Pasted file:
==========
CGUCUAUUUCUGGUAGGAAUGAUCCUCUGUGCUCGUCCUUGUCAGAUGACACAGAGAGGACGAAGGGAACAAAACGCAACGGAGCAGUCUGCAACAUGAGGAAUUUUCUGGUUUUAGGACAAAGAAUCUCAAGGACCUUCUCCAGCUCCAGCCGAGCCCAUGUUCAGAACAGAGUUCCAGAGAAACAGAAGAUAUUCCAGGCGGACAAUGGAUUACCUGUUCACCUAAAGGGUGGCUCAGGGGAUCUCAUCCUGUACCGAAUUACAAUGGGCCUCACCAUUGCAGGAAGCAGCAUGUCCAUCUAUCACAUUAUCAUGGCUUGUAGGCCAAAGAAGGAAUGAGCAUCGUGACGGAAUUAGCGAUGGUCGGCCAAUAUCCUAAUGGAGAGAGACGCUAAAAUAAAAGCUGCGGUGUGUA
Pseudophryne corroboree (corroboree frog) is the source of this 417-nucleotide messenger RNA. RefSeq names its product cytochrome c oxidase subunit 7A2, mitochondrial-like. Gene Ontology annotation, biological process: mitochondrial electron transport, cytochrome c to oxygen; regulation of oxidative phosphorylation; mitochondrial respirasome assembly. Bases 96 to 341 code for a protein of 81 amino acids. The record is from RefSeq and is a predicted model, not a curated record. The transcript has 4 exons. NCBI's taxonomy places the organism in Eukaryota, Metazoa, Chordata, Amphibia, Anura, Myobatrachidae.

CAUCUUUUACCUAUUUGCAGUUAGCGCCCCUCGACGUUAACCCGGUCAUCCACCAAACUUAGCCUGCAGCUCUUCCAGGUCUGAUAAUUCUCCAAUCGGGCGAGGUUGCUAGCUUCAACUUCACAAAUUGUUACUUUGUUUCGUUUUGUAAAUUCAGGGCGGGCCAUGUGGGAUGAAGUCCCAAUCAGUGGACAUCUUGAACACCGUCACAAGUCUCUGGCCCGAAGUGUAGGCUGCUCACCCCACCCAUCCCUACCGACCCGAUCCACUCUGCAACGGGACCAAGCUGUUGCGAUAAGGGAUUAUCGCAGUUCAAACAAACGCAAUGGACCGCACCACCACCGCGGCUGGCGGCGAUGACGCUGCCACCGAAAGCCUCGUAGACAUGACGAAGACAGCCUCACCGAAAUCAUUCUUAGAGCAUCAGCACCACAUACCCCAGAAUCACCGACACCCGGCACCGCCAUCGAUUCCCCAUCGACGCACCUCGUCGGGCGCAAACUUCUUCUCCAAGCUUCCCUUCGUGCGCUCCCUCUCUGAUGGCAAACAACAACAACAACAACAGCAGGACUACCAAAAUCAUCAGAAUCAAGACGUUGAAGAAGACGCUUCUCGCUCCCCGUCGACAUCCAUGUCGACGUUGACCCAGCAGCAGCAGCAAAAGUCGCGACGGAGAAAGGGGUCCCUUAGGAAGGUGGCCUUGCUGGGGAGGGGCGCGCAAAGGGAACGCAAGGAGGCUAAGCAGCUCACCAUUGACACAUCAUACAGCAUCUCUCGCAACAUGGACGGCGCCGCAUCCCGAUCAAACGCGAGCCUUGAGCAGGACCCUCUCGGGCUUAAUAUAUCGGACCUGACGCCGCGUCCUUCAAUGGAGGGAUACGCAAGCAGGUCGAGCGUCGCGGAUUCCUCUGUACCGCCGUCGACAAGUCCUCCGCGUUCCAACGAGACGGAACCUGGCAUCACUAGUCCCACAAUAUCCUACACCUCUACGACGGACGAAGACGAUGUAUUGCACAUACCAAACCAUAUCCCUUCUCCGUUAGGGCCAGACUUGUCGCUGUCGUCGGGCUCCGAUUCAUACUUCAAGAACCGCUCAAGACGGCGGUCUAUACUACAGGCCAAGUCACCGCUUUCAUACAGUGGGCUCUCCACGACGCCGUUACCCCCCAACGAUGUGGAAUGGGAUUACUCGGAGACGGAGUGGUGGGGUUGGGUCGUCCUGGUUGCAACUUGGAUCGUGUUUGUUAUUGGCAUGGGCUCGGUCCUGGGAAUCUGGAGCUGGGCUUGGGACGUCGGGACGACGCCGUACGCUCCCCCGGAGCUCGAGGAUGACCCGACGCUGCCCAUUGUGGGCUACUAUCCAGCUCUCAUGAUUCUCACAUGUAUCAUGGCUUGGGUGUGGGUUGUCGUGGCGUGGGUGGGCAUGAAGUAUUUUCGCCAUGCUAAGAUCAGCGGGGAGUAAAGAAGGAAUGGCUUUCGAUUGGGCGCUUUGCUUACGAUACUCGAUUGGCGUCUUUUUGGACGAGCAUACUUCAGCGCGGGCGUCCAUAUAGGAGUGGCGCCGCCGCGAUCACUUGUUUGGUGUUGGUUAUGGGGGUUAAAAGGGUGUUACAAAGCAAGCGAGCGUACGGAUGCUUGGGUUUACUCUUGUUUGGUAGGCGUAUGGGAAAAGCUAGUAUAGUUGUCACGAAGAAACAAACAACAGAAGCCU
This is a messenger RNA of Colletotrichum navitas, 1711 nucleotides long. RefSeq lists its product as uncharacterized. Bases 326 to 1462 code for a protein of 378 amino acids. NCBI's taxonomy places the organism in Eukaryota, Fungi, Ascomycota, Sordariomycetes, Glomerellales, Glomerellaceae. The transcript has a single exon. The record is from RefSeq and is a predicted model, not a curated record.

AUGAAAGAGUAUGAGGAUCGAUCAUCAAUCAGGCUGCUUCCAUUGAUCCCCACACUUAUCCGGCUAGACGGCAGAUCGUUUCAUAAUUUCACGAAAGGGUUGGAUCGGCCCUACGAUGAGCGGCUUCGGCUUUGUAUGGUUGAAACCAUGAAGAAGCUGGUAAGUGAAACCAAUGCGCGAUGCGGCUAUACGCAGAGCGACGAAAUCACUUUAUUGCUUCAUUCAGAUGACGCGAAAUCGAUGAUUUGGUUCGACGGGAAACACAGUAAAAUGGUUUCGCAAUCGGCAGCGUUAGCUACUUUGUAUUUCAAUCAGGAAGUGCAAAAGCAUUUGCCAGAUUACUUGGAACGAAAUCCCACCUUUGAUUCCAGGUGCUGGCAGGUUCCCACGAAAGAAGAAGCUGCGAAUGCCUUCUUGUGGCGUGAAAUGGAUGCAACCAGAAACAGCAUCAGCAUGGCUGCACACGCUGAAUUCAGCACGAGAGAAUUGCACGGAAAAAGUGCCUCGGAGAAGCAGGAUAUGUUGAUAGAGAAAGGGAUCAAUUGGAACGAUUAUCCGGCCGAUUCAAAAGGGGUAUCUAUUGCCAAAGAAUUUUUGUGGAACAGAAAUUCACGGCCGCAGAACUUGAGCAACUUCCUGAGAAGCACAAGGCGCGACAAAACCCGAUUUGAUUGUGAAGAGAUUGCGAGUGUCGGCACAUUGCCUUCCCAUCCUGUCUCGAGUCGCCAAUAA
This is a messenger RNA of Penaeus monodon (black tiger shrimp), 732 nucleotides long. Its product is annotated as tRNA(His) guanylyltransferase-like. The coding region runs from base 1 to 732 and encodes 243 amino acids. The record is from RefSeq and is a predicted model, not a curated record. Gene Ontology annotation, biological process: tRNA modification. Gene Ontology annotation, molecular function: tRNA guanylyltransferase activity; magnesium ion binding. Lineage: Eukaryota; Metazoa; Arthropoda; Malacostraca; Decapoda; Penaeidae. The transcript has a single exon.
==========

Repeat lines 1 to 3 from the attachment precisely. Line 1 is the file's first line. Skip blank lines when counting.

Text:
CGUCUAUUUCUGGUAGGAAUGAUCCUCUGUGCUCGUCCUUGUCAGAUGACACAGAGAGGACGAAGGGAACAAAACGCAACGGAGCAGUCUGCAACAUGAGGAAUUUUCUGGUUUUAGGACAAAGAAUCUCAAGGACCUUCUCCAGCUCCAGCCGAGCCCAUGUUCAGAACAGAGUUCCAGAGAAACAGAAGAUAUUCCAGGCGGACAAUGGAUUACCUGUUCACCUAAAGGGUGGCUCAGGGGAUCUCAUCCUGUACCGAAUUACAAUGGGCCUCACCAUUGCAGGAAGCAGCAUGUCCAUCUAUCACAUUAUCAUGGCUUGUAGGCCAAAGAAGGAAUGAGCAUCGUGACGGAAUUAGCGAUGGUCGGCCAAUAUCCUAAUGGAGAGAGACGCUAAAAUAAAAGCUGCGGUGUGUA
Pseudophryne corroboree (corroboree frog) is the source of this 417-nucleotide messenger RNA. RefSeq names its product cytochrome c oxidase subunit 7A2, mitochondrial-like. Gene Ontology annotation, biological process: mitochondrial electron transport, cytochrome c to oxygen; regulation of oxidative phosphorylation; mitochondrial respirasome assembly. Bases 96 to 341 code for a protein of 81 amino acids. The record is from RefSeq and is a predicted model, not a curated record. The transcript has 4 exons. NCBI's taxonomy places the organism in Eukaryota, Metazoa, Chordata, Amphibia, Anura, Myobatrachidae.

CAUCUUUUACCUAUUUGCAGUUAGCGCCCCUCGACGUUAACCCGGUCAUCCACCAAACUUAGCCUGCAGCUCUUCCAGGUCUGAUAAUUCUCCAAUCGGGCGAGGUUGCUAGCUUCAACUUCACAAAUUGUUACUUUGUUUCGUUUUGUAAAUUCAGGGCGGGCCAUGUGGGAUGAAGUCCCAAUCAGUGGACAUCUUGAACACCGUCACAAGUCUCUGGCCCGAAGUGUAGGCUGCUCACCCCACCCAUCCCUACCGACCCGAUCCACUCUGCAACGGGACCAAGCUGUUGCGAUAAGGGAUUAUCGCAGUUCAAACAAACGCAAUGGACCGCACCACCACCGCGGCUGGCGGCGAUGACGCUGCCACCGAAAGCCUCGUAGACAUGACGAAGACAGCCUCACCGAAAUCAUUCUUAGAGCAUCAGCACCACAUACCCCAGAAUCACCGACACCCGGCACCGCCAUCGAUUCCCCAUCGACGCACCUCGUCGGGCGCAAACUUCUUCUCCAAGCUUCCCUUCGUGCGCUCCCUCUCUGAUGGCAAACAACAACAACAACAACAGCAGGACUACCAAAAUCAUCAGAAUCAAGACGUUGAAGAAGACGCUUCUCGCUCCCCGUCGACAUCCAUGUCGACGUUGACCCAGCAGCAGCAGCAAAAGUCGCGACGGAGAAAGGGGUCCCUUAGGAAGGUGGCCUUGCUGGGGAGGGGCGCGCAAAGGGAACGCAAGGAGGCUAAGCAGCUCACCAUUGACACAUCAUACAGCAUCUCUCGCAACAUGGACGGCGCCGCAUCCCGAUCAAACGCGAGCCUUGAGCAGGACCCUCUCGGGCUUAAUAUAUCGGACCUGACGCCGCGUCCUUCAAUGGAGGGAUACGCAAGCAGGUCGAGCGUCGCGGAUUCCUCUGUACCGCCGUCGACAAGUCCUCCGCGUUCCAACGAGACGGAACCUGGCAUCACUAGUCCCACAAUAUCCUACACCUCUACGACGGACGAAGACGAUGUAUUGCACAUACCAAACCAUAUCCCUUCUCCGUUAGGGCCAGACUUGUCGCUGUCGUCGGGCUCCGAUUCAUACUUCAAGAACCGCUCAAGACGGCGGUCUAUACUACAGGCCAAGUCACCGCUUUCAUACAGUGGGCUCUCCACGACGCCGUUACCCCCCAACGAUGUGGAAUGGGAUUACUCGGAGACGGAGUGGUGGGGUUGGGUCGUCCUGGUUGCAACUUGGAUCGUGUUUGUUAUUGGCAUGGGCUCGGUCCUGGGAAUCUGGAGCUGGGCUUGGGACGUCGGGACGACGCCGUACGCUCCCCCGGAGCUCGAGGAUGACCCGACGCUGCCCAUUGUGGGCUACUAUCCAGCUCUCAUGAUUCUCACAUGUAUCAUGGCUUGGGUGUGGGUUGUCGUGGCGUGGGUGGGCAUGAAGUAUUUUCGCCAUGCUAAGAUCAGCGGGGAGUAAAGAAGGAAUGGCUUUCGAUUGGGCGCUUUGCUUACGAUACUCGAUUGGCGUCUUUUUGGACGAGCAUACUUCAGCGCGGGCGUCCAUAUAGGAGUGGCGCCGCCGCGAUCACUUGUUUGGUGUUGGUUAUGGGGGUUAAAAGGGUGUUACAAAGCAAGCGAGCGUACGGAUGCUUGGGUUUACUCUUGUUUGGUAGGCGUAUGGGAAAAGCUAGUAUAGUUGUCACGAAGAAACAAACAACAGAAGCCU